Adelaide photographer Gary Cockburn has an unusual visual signature; whether by instinct or intent, Cockburn's photographs consistently capture moments that seem less "decisive" and more extended than other photographers. Coupling this personalised visual grammar with his Nikon D700, this talented artist has been documenting Fringe Festivals from both Adelaide and Edinburgh in the UK for several years. Cockburn regards using the Nikon D700 DSLR as essential to the success of his project. "I couldn't have done it without the extraordinary low light performance this camera provided," declared the Adelaide photographer  These resulting colour images (pictured, left and right) were on exhibition recently as part of Adelaide Fringe 2011, appropriately titled "Into The Fringe", in several separately displayed assemblages in the foyer of Adelaide's handsome and historic Town Hall in King William Street, Adelaide. I caught up with Cockburn for a coffee as he was dismantling his Type C metallic colour prints and noted the simple, evocative coverage he consistently achieved. During the recent Adelaide Fringe Festival Cockburn also documented, with his usual flair, one of the Fringe's trademark drawcards - Australia's remarkable burlesque performers - in "Strip The Light Fantastic" - featuring the elegant Gypsy Wood (pictured, right) and the luminous, fluorescent-lit stage presence created by Holly J'aDoll (pictured, above) And not content with having travelled extensively between Adelaide and Edinburgh to document the last three Fringe Festivals already, Cockburn is about to do it all again and capture the working lives of the remarkable artists who will make Adelaide and Edinburgh's next Fringe Festivals memorable. I suggested to Cockburn that this body of work, drawn from Scotland and Australia, should be preserved within the covers of an appropriately well designed and reproduced book. He agreed and the search for an appropriate publisher has now begun.
The Shock of the Old.

Darlinghurst's Meyer Gallery in Sydney continues to explore the inherent beauty of printing techniques dating from photography's first, confident wave of discovery. Featuring fourteen artists (including Anthony Browell, Chia N-Lofqvist (pictured, left her Tri-Color Carbon print) Jill Lacina, Tony Peri (his Bromoil of a rock n' roll revival is pictured, right) Bob Kersey and Ellie Young, this exhibition celebrates, says gallery director Mary Meyer, "the broad spectrum of alternate photographic processes (and) the pictures they have made - by hand. And from the heart." Curated by Bob Kersey. Until March 13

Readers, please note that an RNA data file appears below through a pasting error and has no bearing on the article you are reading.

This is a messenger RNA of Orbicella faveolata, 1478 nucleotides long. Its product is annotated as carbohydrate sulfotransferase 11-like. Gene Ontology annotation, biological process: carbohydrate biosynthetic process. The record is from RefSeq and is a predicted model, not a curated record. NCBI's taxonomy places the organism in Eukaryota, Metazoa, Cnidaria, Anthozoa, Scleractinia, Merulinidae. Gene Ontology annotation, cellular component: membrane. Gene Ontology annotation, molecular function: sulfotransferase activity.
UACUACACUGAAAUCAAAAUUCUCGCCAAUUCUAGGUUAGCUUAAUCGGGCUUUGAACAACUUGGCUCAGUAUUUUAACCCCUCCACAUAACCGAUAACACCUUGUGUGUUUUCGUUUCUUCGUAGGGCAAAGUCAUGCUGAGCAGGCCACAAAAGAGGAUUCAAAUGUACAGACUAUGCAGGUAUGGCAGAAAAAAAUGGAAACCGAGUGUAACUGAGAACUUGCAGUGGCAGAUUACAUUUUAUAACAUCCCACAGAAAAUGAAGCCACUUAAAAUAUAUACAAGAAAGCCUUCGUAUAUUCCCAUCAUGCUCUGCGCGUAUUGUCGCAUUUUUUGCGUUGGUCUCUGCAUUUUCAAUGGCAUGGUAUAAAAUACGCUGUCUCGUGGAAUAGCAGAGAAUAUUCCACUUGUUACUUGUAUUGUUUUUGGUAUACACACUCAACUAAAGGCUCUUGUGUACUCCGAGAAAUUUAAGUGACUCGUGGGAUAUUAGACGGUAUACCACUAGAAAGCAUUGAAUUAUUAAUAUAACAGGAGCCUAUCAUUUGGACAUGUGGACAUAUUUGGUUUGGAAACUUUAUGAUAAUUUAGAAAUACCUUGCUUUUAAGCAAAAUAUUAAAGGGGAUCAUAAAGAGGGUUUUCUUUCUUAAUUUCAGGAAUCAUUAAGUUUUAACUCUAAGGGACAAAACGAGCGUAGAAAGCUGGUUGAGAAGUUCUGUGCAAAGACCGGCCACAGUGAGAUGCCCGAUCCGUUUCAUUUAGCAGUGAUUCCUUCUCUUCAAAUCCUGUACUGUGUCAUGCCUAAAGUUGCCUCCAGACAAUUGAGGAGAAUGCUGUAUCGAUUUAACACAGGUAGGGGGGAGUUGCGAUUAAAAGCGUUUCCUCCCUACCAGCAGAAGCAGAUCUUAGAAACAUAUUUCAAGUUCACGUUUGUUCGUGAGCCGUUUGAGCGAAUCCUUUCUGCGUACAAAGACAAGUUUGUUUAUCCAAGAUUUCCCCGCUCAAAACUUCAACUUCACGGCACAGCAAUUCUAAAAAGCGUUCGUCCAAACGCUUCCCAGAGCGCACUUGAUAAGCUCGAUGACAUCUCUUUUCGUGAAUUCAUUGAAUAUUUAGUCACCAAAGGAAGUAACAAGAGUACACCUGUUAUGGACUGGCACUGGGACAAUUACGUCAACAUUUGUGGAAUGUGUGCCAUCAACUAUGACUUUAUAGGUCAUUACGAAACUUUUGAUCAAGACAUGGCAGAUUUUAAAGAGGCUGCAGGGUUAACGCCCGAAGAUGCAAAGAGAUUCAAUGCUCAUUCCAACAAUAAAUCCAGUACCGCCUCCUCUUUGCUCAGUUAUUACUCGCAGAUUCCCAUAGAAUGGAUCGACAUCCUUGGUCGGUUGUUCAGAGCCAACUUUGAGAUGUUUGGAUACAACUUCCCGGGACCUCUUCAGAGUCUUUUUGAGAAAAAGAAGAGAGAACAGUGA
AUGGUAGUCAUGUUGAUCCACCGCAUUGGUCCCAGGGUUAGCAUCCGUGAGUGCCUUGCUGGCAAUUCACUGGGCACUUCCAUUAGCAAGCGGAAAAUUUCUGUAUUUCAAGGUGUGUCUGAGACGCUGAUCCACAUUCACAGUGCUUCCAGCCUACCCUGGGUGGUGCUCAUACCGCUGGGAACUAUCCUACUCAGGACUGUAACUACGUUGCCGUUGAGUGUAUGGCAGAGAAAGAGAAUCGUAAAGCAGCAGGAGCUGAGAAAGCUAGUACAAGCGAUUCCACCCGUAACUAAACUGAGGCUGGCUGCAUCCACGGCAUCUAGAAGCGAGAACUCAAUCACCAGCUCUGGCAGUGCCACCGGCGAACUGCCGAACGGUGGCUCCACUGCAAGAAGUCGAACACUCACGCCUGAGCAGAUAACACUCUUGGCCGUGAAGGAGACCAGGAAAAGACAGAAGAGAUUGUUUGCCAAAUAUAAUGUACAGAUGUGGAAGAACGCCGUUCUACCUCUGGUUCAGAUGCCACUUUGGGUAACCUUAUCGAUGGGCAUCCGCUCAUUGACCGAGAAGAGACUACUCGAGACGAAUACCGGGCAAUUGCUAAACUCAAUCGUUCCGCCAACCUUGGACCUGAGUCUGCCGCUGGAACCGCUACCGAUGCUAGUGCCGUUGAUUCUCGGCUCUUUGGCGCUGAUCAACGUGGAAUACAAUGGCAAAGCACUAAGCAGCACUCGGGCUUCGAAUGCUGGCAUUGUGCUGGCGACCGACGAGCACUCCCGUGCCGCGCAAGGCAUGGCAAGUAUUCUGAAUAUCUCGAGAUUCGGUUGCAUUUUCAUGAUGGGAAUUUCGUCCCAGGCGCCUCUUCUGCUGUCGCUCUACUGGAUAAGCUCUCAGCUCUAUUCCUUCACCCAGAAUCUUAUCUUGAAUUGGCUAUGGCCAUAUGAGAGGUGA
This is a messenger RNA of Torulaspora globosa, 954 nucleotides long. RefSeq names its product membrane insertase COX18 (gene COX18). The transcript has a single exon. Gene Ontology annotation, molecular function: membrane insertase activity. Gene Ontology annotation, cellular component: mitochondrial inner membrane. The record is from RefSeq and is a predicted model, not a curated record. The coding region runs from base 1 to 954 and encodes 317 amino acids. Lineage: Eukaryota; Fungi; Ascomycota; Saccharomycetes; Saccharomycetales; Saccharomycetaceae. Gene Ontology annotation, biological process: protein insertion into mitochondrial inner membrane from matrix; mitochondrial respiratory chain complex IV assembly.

Hamish Ta-Me Makes the National Photographic Portrait Prize Cut
I have just received this interesting, guileless portrait of Aboriginal model Samantha Harris from photographer Hamish Ta-Me with the news that this talented photographer was 'stoked' that his image of Samantha had been selected for hanging in the prestigious exhibition in Canberra. Ta-Me's image reminds us that, with the recent success of Harris making the cover of VOGUE, indigenous stereotypes are crumbling.
"Received Moments" Reaches the Gold Coast
My forty-eight year retrospective "Received Moments", curated by Sarah Johnson of the Manly Art Gallery & Museum, is now reaching the end of its run at the fourth last venue in its Australian tour, the Gold Coast Art Centre part of the regional galleries network. I travelled to the Gold Coast for the opening and gave two gallery talks. I was, as always, delighted with the different, and original 'hang' of the show provided by each venue. Director Virginia Rigney and her staff created an unusually intimate display. Photographer and Arts Producer Michael Snelling opened the exhibition with considerable generousity of spirit on March 4th, regaling the audience with many events in my earlier life that I thought had been long forgotten. (The next venue is at Maitland Regional Gallery, opening on April 1st, followed by Orange Regional Gallery before ultimately arriving at the Flinders Art Centre in Adelaide in October 2011. From "Received Moments" (pictured left) acclaimed Australian actor Leo McKern (1920-2002) Braidwood, NSW 1994 and (pictured, right) Wilson's Promontory, Victoria 1969
Text: Copyright Robert McFarlane 2011

1 comment:

  1. Hi Robert -

    Just dropping by to say 'hi' -- and also to say that you have a really fantastic website and blog. I'm blown away but what you've done here!

    Karen Nakamura